We investigated factors that influence the instability of the HD CAG repeat by analysing HD CAG repeat lengths in sperm from a large number of men carrying a wide range of constitutive HD repeat sizes, and by analysing the transmission of the HD CAG repeat in parent–offspring pairs from a large Venezuelan pedigree.
Consistent with previous observations,3,7,10,11 our analyses showed a strong positive correlation between the constitutive size of the HD CAG repeat and repeat‐length variation in sperm, implicating constitutive HD CAG repeat length as the main determinant of instability. This finding supports the hypothesis that instability is driven by the CAG repeat itself, as a result of a repeat length‐dependent propensity to form unusual secondary structures.20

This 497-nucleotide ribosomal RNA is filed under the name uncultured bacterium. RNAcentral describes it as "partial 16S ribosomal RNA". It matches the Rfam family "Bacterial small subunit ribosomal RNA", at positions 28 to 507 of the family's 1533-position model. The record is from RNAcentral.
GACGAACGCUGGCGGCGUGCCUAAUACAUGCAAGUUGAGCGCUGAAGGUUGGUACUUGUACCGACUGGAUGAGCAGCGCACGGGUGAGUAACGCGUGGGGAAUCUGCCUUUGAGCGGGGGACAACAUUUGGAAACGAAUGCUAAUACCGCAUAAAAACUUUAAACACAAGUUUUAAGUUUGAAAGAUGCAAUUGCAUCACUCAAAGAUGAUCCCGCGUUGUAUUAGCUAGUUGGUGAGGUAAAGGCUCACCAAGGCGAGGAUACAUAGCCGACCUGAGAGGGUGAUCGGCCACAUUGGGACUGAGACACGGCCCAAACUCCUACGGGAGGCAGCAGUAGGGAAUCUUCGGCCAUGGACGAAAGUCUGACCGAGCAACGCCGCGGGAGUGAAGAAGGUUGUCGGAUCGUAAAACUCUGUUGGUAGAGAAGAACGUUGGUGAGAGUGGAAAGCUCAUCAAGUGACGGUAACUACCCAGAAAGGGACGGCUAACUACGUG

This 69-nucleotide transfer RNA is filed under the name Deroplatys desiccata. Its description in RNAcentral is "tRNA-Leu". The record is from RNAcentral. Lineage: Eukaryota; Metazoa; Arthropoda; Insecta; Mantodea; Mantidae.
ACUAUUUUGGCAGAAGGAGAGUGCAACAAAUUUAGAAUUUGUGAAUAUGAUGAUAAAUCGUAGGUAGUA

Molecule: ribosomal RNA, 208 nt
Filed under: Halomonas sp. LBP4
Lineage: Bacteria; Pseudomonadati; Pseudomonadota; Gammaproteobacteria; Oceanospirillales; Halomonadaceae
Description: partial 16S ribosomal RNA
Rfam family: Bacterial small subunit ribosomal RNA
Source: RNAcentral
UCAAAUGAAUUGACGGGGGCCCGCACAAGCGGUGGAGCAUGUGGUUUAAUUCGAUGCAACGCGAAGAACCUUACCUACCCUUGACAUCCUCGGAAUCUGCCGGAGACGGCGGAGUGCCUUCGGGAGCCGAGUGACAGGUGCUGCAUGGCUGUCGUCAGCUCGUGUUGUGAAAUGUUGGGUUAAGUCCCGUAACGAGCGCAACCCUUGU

In agreement with previous investigations of repeat instability in sperm of patients with HD and patients with myotonic dystrophy,11,21 we did not find a correlation between HD CAG repeat‐length variation in sperm and the age of the subjects at the time of sperm donation. This is supported by the absence of a significant effect of parental age or birth order on inherited repeat‐length changes in this Venezuelan pedigree. Analysis of spermatogenic cell populations in patients with HD has revealed that instability can occur before meiosis.22 If these CAG length alterations arose during the mitotic cell divisions of postpubertal spermatogonia, such a mechanism would be predicted to generate progressively increasing CAG length variation over time. Although a definitive test of an age effect would require examining sperm samples from the same subjects collected over many years, our present findings and those reported by Leeflang et al11 suggest that pre‐meiotic repeat instability may be more likely to arise between the time of primordial germ‐cell determination and postpubertal spermatogonial proliferation.